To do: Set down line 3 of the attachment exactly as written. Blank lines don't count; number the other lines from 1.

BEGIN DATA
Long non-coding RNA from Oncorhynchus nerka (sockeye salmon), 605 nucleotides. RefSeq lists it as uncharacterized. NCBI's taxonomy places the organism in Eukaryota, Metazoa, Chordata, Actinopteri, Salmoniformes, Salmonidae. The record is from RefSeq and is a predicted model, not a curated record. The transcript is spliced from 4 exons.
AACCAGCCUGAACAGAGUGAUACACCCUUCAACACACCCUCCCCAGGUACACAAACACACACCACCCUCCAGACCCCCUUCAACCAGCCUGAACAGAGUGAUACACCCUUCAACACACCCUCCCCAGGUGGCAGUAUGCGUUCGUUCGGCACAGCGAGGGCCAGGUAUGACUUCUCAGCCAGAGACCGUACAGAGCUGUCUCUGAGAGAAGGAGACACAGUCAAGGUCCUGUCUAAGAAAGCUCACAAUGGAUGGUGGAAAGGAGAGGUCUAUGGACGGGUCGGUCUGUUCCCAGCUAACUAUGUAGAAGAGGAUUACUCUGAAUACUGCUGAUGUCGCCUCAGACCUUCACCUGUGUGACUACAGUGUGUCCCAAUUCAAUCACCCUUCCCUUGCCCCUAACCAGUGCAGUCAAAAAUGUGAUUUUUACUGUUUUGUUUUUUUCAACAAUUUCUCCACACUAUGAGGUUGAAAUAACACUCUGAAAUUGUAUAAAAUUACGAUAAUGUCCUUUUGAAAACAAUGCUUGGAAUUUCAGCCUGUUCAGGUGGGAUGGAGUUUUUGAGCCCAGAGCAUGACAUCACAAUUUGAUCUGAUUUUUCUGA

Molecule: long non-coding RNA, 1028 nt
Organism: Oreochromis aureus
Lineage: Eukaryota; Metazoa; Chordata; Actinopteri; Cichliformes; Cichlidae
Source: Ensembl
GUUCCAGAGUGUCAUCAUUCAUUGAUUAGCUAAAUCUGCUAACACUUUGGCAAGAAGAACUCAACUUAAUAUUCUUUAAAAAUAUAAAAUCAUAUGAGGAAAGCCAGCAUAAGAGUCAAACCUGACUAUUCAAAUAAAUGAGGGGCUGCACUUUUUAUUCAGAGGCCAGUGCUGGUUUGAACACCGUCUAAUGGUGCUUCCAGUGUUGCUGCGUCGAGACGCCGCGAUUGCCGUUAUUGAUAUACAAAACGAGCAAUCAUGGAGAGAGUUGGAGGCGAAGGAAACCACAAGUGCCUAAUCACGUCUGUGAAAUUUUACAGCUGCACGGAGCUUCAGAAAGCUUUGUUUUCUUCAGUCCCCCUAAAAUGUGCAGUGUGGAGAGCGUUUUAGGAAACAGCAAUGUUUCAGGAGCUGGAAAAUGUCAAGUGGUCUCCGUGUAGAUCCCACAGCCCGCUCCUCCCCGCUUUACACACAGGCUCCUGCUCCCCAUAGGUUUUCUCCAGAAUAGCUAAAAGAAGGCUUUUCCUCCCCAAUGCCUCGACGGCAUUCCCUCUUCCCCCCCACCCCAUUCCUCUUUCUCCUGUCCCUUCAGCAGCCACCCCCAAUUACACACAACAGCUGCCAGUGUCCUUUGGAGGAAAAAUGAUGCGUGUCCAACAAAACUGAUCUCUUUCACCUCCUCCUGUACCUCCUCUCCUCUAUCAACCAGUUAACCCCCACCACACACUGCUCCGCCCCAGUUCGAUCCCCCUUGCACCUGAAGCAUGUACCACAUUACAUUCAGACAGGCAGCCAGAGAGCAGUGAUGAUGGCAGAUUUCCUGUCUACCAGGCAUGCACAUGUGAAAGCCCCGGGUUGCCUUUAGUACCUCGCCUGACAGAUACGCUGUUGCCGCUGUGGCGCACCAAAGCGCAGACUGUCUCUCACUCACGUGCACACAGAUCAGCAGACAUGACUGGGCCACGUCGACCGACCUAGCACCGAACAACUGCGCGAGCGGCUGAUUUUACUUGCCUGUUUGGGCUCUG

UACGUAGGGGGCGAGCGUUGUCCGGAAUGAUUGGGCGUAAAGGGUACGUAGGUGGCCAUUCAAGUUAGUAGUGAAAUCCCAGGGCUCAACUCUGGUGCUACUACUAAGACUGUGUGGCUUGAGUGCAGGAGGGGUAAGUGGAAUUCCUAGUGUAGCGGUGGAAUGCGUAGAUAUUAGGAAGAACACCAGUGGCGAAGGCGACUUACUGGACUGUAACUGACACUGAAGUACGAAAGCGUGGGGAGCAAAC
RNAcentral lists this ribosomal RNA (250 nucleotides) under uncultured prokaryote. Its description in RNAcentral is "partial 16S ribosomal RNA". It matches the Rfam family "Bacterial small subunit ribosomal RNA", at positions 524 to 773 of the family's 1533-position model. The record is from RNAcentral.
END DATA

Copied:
Molecule: long non-coding RNA, 1028 nt